Background: Although studies have shown that children have similar physiological pain responses as adults, children often receive less pain medication compared with adults with similar painful conditions. The lumbar puncture is a painful procedure that historically has been commonly performed without local anesthesia, especially in young infants. Objective: The aim of the study was to determine what type of pain management, if any, pediatric patients received during lumbar puncture and whether its use varied by patient age. Methods: We performed a retrospective review of patients who had cerebrospinal fluid cultures obtained via lumbar puncture during 2003 at a large urban children's hospital. Eligible cases were reviewed for demographic data, hospital patient care area, and type of pain management used for the procedure. Results: Of the 353 children who had lumbar punctures performed, 84 (23.8%) received some form of pain management before their lumbar puncture. Sixty (17.0%) received local anesthesia, 43 (12.2%) received sedation, and 19 (5.4%) of these received both local anesthesia and sedation. Younger patients received pain management less frequently (P < 0.001): 16 (6.5%) of 246 neonates (0-2 months), 4 (14.3%) of 28 infants (3-18 months), 9 (60%) of 15 preschoolers (19-59 months), and 55 (85.9%) of 64 older children (60 months to 21 years). Among infants, patients treated in the emergency department received pain management more often than those treated in the nursery (13/103 [12.6%] vs 1/117 [0.9%]; P = 0.001). Conclusions: Despite advances in the awareness and attentiveness given to pain and pain management in the pediatric population, children are still not receiving satisfactory pain management for lumbar punctures.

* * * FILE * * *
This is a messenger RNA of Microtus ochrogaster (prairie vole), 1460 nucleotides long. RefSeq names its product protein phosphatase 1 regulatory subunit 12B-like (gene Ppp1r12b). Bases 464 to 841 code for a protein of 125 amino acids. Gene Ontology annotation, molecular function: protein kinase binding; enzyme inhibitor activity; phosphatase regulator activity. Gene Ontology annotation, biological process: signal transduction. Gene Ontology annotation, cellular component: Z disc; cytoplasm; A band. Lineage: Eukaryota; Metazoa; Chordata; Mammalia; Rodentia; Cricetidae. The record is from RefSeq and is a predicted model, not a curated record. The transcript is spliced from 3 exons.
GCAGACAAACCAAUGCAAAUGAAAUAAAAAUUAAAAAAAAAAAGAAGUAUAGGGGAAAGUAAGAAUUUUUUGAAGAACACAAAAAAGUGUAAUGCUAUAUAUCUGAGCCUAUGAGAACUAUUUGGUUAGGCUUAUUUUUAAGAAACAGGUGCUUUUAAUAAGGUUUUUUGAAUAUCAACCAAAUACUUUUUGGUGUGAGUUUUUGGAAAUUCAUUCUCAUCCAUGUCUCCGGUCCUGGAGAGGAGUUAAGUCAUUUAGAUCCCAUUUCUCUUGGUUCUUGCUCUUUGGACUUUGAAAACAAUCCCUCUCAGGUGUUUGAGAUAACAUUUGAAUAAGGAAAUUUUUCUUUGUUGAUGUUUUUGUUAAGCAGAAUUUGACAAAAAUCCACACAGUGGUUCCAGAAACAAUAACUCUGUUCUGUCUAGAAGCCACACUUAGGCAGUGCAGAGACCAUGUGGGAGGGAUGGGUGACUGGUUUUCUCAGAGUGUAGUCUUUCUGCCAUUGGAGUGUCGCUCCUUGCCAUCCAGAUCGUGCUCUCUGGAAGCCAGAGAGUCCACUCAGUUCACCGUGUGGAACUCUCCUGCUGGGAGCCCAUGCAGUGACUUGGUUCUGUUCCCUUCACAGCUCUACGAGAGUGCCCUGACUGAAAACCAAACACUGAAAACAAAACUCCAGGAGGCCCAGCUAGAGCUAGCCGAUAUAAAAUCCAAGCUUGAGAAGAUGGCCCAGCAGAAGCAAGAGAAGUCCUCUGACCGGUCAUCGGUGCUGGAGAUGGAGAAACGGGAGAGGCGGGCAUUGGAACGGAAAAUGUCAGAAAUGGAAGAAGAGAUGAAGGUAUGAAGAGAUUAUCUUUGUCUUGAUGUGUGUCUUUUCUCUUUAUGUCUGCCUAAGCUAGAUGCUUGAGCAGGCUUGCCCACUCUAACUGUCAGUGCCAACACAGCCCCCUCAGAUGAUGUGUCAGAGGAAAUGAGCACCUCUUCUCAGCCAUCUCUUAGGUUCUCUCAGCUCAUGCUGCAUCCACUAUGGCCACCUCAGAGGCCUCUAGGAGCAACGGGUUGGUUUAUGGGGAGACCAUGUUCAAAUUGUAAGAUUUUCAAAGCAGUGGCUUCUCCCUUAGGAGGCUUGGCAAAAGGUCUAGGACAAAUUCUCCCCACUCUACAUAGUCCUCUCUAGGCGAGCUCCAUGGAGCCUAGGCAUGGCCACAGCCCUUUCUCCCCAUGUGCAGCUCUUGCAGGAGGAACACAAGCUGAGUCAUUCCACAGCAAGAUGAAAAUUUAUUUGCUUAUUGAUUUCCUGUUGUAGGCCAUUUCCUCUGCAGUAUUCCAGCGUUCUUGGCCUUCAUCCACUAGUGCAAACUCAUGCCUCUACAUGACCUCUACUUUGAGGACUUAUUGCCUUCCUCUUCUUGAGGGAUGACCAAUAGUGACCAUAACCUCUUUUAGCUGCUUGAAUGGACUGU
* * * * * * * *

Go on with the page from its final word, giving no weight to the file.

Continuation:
- Lumbar puncture
- Pain management
ASJC Scopus subject areas
- Pediatrics, Perinatology, and Child Health
- Emergency Medicine